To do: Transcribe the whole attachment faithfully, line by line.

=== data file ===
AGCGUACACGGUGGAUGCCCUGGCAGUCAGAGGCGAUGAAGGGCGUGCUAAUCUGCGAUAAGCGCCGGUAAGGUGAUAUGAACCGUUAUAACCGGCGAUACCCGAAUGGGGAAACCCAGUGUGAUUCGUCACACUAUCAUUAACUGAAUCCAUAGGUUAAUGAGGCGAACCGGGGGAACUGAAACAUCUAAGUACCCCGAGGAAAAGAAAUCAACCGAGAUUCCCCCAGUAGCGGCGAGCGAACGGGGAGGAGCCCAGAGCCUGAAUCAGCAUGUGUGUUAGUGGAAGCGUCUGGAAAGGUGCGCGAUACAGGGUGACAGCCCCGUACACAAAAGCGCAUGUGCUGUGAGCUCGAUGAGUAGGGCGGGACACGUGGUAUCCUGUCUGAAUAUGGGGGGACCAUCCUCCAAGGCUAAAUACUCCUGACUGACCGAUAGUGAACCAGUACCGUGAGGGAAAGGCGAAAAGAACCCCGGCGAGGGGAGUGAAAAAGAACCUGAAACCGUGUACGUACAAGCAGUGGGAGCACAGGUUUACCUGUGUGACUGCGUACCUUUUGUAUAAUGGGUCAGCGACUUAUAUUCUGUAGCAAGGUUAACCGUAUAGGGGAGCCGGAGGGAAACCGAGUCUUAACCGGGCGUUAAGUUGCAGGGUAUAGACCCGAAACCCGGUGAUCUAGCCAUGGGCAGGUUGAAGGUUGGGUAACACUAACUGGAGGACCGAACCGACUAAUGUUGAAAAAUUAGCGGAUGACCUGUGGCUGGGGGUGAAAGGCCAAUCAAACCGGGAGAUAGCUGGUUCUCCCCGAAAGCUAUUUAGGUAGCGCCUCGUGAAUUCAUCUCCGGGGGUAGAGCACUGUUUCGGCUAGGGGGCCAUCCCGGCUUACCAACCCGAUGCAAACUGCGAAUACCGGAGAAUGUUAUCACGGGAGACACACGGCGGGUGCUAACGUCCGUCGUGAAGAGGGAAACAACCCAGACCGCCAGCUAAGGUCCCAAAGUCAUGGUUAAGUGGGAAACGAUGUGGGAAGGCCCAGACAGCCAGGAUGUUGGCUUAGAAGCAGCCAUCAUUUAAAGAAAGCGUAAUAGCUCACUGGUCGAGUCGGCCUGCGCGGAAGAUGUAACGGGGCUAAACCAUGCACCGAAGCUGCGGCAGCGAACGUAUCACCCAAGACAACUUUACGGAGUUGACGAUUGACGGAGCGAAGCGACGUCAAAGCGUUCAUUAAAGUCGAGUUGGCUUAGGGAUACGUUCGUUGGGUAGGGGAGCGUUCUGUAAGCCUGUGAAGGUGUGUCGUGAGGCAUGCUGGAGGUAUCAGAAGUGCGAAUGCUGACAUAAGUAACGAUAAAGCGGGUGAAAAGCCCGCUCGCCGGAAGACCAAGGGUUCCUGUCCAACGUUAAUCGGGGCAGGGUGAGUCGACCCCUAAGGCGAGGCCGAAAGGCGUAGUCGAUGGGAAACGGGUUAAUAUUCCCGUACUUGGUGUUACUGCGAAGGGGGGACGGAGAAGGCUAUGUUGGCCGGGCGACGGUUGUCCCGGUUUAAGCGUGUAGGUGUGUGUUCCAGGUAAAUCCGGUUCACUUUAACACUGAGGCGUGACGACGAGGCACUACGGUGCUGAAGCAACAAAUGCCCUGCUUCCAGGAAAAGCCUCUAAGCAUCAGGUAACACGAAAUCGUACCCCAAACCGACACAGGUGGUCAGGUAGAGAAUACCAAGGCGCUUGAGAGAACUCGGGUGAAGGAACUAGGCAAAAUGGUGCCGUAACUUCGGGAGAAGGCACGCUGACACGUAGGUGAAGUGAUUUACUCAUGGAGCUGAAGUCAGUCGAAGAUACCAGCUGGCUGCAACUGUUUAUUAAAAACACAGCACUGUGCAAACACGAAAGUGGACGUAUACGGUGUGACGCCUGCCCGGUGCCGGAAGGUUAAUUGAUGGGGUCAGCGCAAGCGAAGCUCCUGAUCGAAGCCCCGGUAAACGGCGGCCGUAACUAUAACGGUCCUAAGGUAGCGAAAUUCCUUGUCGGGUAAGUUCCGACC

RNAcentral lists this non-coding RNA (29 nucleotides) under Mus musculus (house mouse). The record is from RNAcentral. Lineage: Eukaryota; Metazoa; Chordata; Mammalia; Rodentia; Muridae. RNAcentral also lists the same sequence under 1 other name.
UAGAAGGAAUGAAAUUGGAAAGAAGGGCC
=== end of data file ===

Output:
AGCGUACACGGUGGAUGCCCUGGCAGUCAGAGGCGAUGAAGGGCGUGCUAAUCUGCGAUAAGCGCCGGUAAGGUGAUAUGAACCGUUAUAACCGGCGAUACCCGAAUGGGGAAACCCAGUGUGAUUCGUCACACUAUCAUUAACUGAAUCCAUAGGUUAAUGAGGCGAACCGGGGGAACUGAAACAUCUAAGUACCCCGAGGAAAAGAAAUCAACCGAGAUUCCCCCAGUAGCGGCGAGCGAACGGGGAGGAGCCCAGAGCCUGAAUCAGCAUGUGUGUUAGUGGAAGCGUCUGGAAAGGUGCGCGAUACAGGGUGACAGCCCCGUACACAAAAGCGCAUGUGCUGUGAGCUCGAUGAGUAGGGCGGGACACGUGGUAUCCUGUCUGAAUAUGGGGGGACCAUCCUCCAAGGCUAAAUACUCCUGACUGACCGAUAGUGAACCAGUACCGUGAGGGAAAGGCGAAAAGAACCCCGGCGAGGGGAGUGAAAAAGAACCUGAAACCGUGUACGUACAAGCAGUGGGAGCACAGGUUUACCUGUGUGACUGCGUACCUUUUGUAUAAUGGGUCAGCGACUUAUAUUCUGUAGCAAGGUUAACCGUAUAGGGGAGCCGGAGGGAAACCGAGUCUUAACCGGGCGUUAAGUUGCAGGGUAUAGACCCGAAACCCGGUGAUCUAGCCAUGGGCAGGUUGAAGGUUGGGUAACACUAACUGGAGGACCGAACCGACUAAUGUUGAAAAAUUAGCGGAUGACCUGUGGCUGGGGGUGAAAGGCCAAUCAAACCGGGAGAUAGCUGGUUCUCCCCGAAAGCUAUUUAGGUAGCGCCUCGUGAAUUCAUCUCCGGGGGUAGAGCACUGUUUCGGCUAGGGGGCCAUCCCGGCUUACCAACCCGAUGCAAACUGCGAAUACCGGAGAAUGUUAUCACGGGAGACACACGGCGGGUGCUAACGUCCGUCGUGAAGAGGGAAACAACCCAGACCGCCAGCUAAGGUCCCAAAGUCAUGGUUAAGUGGGAAACGAUGUGGGAAGGCCCAGACAGCCAGGAUGUUGGCUUAGAAGCAGCCAUCAUUUAAAGAAAGCGUAAUAGCUCACUGGUCGAGUCGGCCUGCGCGGAAGAUGUAACGGGGCUAAACCAUGCACCGAAGCUGCGGCAGCGAACGUAUCACCCAAGACAACUUUACGGAGUUGACGAUUGACGGAGCGAAGCGACGUCAAAGCGUUCAUUAAAGUCGAGUUGGCUUAGGGAUACGUUCGUUGGGUAGGGGAGCGUUCUGUAAGCCUGUGAAGGUGUGUCGUGAGGCAUGCUGGAGGUAUCAGAAGUGCGAAUGCUGACAUAAGUAACGAUAAAGCGGGUGAAAAGCCCGCUCGCCGGAAGACCAAGGGUUCCUGUCCAACGUUAAUCGGGGCAGGGUGAGUCGACCCCUAAGGCGAGGCCGAAAGGCGUAGUCGAUGGGAAACGGGUUAAUAUUCCCGUACUUGGUGUUACUGCGAAGGGGGGACGGAGAAGGCUAUGUUGGCCGGGCGACGGUUGUCCCGGUUUAAGCGUGUAGGUGUGUGUUCCAGGUAAAUCCGGUUCACUUUAACACUGAGGCGUGACGACGAGGCACUACGGUGCUGAAGCAACAAAUGCCCUGCUUCCAGGAAAAGCCUCUAAGCAUCAGGUAACACGAAAUCGUACCCCAAACCGACACAGGUGGUCAGGUAGAGAAUACCAAGGCGCUUGAGAGAACUCGGGUGAAGGAACUAGGCAAAAUGGUGCCGUAACUUCGGGAGAAGGCACGCUGACACGUAGGUGAAGUGAUUUACUCAUGGAGCUGAAGUCAGUCGAAGAUACCAGCUGGCUGCAACUGUUUAUUAAAAACACAGCACUGUGCAAACACGAAAGUGGACGUAUACGGUGUGACGCCUGCCCGGUGCCGGAAGGUUAAUUGAUGGGGUCAGCGCAAGCGAAGCUCCUGAUCGAAGCCCCGGUAAACGGCGGCCGUAACUAUAACGGUCCUAAGGUAGCGAAAUUCCUUGUCGGGUAAGUUCCGACC

RNAcentral lists this non-coding RNA (29 nucleotides) under Mus musculus (house mouse). The record is from RNAcentral. Lineage: Eukaryota; Metazoa; Chordata; Mammalia; Rodentia; Muridae. RNAcentral also lists the same sequence under 1 other name.
UAGAAGGAAUGAAAUUGGAAAGAAGGGCC